My name is Brian Kelsey, and I am an obsessed DIYer...and it's all because of my dad.
My dad, Jim, and I building the deck in my current house. Photo: Brian Kelsey
Growing up, it took me a while to realize that there were professional men and women who were actually hired
to perform such tasks as laying tile
, building cabinetry
, and fixing plumbing
and electrical problems. Why? Because in my household, my dad took on these roles.
"Helping" my dad build our family room in 1974. Photo: Brian Kelsey
Throughout the 20 years I spent in our small family house, I soaked up all I know today about renovation. Some of my favorite childhood memories involve going to the lumberyard with my dad on weekends.
That familiar, wonderful smell of pine still makes a smile as I walk into the very same lumberyard
with my young sons.
Okay, I wasn't always
such a willing participant. My teen years had their fair share of "I'm too cool to help my dad" moments.
One moment in particular stands out: When I was 16 and helping my dad pour a concrete slab for our patio.
Dad was troweling the concrete in the forms while I was wheelbarrowing the concrete from the truck. I got tired of that pretty quickly and left him high and dry for band practice -- while he was left with a truck full of quickly hardening concrete!
Between the driver and my frustrated dad, they were just barely able to get the last bit of concrete off the truck. By the time they got to the last section, the concrete had set so much that it was impossible to smooth it out completely. To this day that section is still as rough as a corn cob. (And you can bet after my article How To Pour Concrete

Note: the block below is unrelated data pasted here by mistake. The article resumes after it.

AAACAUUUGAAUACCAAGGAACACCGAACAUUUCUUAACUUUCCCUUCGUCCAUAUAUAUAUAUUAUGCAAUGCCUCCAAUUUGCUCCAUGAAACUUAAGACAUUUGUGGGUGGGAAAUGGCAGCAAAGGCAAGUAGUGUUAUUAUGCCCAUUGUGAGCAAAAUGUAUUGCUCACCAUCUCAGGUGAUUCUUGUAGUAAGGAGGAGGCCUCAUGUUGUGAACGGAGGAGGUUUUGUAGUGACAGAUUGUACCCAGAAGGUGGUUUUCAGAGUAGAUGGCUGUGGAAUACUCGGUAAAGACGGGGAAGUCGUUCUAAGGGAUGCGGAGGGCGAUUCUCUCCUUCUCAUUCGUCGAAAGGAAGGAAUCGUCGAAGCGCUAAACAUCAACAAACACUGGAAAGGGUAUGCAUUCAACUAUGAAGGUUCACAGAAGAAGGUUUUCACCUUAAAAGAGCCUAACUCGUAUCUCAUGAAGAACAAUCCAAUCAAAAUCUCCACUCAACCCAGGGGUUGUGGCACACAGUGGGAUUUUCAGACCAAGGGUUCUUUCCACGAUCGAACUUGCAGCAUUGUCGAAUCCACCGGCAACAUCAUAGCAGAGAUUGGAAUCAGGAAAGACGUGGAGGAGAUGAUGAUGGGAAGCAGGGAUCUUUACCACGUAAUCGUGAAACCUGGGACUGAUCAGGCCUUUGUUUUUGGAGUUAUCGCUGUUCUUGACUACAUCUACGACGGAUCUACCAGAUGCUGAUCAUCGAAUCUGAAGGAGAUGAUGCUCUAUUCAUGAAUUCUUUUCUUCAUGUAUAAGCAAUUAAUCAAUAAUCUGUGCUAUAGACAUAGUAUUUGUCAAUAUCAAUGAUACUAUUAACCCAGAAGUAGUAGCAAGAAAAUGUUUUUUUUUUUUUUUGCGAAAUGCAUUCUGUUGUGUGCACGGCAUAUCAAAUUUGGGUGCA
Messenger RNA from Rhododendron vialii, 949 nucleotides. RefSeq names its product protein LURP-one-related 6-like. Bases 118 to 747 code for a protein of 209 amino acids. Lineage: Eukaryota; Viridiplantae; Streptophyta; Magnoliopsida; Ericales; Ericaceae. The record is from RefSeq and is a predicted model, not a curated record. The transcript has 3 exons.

was published here on DIY Life, I got a call from dear old dad!)
Me and my helper -- my son CJ -- in 2004. Photo: Brian Kelsey
As I got older, I appreciated my dad's talents more, and strived to be like him. When I was 23, he came to the house my buddies and I were renting, and built a wall in the basement. I realized how lucky I was to have a dad who would (and could) do that for me. I learned techniques that hot afternoon that I still use every time I put up a wall myself.
Most of my dad's projects were successes -- but there were those not-so-successful endeavors too
(case in point: the oak veneer he put up over the kitchen sink back in the 80's; it kept bubbling and peeling off, and was the bane of his existence).
I learned from dad's efforts that things don't always turn out the way you planned, and that's okay. Making mistakes is part of DIYing.
Helping my dad build a wall. Photo: Brian Kelsey
These days, my dad and I have our differences when it comes to DIYing. He's had the same pair of pliers for the last 20 years, whereas I have gone through a handful in the past few years alone. In fact, I own more tools at my age than he has owned in his whole life. He still cracks up when he sees me on TV talking about drywall, tiling, or cabinetmaking
. It's a generation-renovation gap that I'm sure I'll share with my boys one day. (Oh, and he may not quite understand what a blog is, but he happily reads mine, The Making of A Home Renovation Show
These days, I'm a long way from being dad's apprentice...but I'll never forget that I learned it all from him.